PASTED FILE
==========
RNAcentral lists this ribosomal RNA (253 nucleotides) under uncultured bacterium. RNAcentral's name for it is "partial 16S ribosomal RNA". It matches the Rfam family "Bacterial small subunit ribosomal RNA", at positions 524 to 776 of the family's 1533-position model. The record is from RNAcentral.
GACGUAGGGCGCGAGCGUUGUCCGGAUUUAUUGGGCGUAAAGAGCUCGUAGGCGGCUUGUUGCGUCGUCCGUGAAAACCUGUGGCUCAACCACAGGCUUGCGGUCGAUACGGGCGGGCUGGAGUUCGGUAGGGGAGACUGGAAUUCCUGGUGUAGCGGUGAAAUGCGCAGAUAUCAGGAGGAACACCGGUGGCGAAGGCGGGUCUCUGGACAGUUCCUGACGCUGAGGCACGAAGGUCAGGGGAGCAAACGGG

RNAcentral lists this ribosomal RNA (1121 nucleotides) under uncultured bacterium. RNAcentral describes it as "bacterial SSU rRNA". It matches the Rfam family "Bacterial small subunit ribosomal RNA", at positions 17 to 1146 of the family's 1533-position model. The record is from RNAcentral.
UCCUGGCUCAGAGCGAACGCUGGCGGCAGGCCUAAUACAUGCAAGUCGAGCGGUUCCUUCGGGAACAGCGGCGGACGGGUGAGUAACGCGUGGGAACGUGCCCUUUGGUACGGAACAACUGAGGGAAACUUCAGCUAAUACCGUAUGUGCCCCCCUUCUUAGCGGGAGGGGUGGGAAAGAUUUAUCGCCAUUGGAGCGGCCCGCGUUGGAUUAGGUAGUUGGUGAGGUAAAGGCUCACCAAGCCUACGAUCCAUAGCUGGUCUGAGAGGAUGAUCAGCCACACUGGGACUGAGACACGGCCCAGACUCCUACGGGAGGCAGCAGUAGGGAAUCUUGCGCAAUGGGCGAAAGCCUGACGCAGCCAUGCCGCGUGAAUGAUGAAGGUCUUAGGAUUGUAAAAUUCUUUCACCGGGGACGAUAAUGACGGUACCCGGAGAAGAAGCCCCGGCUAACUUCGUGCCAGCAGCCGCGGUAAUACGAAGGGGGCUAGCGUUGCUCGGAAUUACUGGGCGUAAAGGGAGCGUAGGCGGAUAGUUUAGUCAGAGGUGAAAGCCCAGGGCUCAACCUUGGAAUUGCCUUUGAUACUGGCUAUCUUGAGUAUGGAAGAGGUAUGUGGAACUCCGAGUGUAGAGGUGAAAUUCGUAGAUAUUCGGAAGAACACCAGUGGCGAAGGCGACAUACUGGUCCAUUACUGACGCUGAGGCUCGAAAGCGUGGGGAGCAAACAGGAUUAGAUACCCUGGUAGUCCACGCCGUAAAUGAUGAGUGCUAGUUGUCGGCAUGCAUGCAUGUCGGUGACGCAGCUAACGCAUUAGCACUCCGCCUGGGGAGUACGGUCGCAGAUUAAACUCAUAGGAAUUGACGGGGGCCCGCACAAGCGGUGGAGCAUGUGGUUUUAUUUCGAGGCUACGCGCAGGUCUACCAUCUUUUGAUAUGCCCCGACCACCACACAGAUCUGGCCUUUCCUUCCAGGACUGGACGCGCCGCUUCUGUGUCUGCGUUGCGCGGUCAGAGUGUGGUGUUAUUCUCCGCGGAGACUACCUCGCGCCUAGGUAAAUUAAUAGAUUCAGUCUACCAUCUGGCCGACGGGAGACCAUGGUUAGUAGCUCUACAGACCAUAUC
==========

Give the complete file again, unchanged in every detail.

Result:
RNAcentral lists this ribosomal RNA (253 nucleotides) under uncultured bacterium. RNAcentral's name for it is "partial 16S ribosomal RNA". It matches the Rfam family "Bacterial small subunit ribosomal RNA", at positions 524 to 776 of the family's 1533-position model. The record is from RNAcentral.
GACGUAGGGCGCGAGCGUUGUCCGGAUUUAUUGGGCGUAAAGAGCUCGUAGGCGGCUUGUUGCGUCGUCCGUGAAAACCUGUGGCUCAACCACAGGCUUGCGGUCGAUACGGGCGGGCUGGAGUUCGGUAGGGGAGACUGGAAUUCCUGGUGUAGCGGUGAAAUGCGCAGAUAUCAGGAGGAACACCGGUGGCGAAGGCGGGUCUCUGGACAGUUCCUGACGCUGAGGCACGAAGGUCAGGGGAGCAAACGGG

RNAcentral lists this ribosomal RNA (1121 nucleotides) under uncultured bacterium. RNAcentral describes it as "bacterial SSU rRNA". It matches the Rfam family "Bacterial small subunit ribosomal RNA", at positions 17 to 1146 of the family's 1533-position model. The record is from RNAcentral.
UCCUGGCUCAGAGCGAACGCUGGCGGCAGGCCUAAUACAUGCAAGUCGAGCGGUUCCUUCGGGAACAGCGGCGGACGGGUGAGUAACGCGUGGGAACGUGCCCUUUGGUACGGAACAACUGAGGGAAACUUCAGCUAAUACCGUAUGUGCCCCCCUUCUUAGCGGGAGGGGUGGGAAAGAUUUAUCGCCAUUGGAGCGGCCCGCGUUGGAUUAGGUAGUUGGUGAGGUAAAGGCUCACCAAGCCUACGAUCCAUAGCUGGUCUGAGAGGAUGAUCAGCCACACUGGGACUGAGACACGGCCCAGACUCCUACGGGAGGCAGCAGUAGGGAAUCUUGCGCAAUGGGCGAAAGCCUGACGCAGCCAUGCCGCGUGAAUGAUGAAGGUCUUAGGAUUGUAAAAUUCUUUCACCGGGGACGAUAAUGACGGUACCCGGAGAAGAAGCCCCGGCUAACUUCGUGCCAGCAGCCGCGGUAAUACGAAGGGGGCUAGCGUUGCUCGGAAUUACUGGGCGUAAAGGGAGCGUAGGCGGAUAGUUUAGUCAGAGGUGAAAGCCCAGGGCUCAACCUUGGAAUUGCCUUUGAUACUGGCUAUCUUGAGUAUGGAAGAGGUAUGUGGAACUCCGAGUGUAGAGGUGAAAUUCGUAGAUAUUCGGAAGAACACCAGUGGCGAAGGCGACAUACUGGUCCAUUACUGACGCUGAGGCUCGAAAGCGUGGGGAGCAAACAGGAUUAGAUACCCUGGUAGUCCACGCCGUAAAUGAUGAGUGCUAGUUGUCGGCAUGCAUGCAUGUCGGUGACGCAGCUAACGCAUUAGCACUCCGCCUGGGGAGUACGGUCGCAGAUUAAACUCAUAGGAAUUGACGGGGGCCCGCACAAGCGGUGGAGCAUGUGGUUUUAUUUCGAGGCUACGCGCAGGUCUACCAUCUUUUGAUAUGCCCCGACCACCACACAGAUCUGGCCUUUCCUUCCAGGACUGGACGCGCCGCUUCUGUGUCUGCGUUGCGCGGUCAGAGUGUGGUGUUAUUCUCCGCGGAGACUACCUCGCGCCUAGGUAAAUUAAUAGAUUCAGUCUACCAUCUGGCCGACGGGAGACCAUGGUUAGUAGCUCUACAGACCAUAUC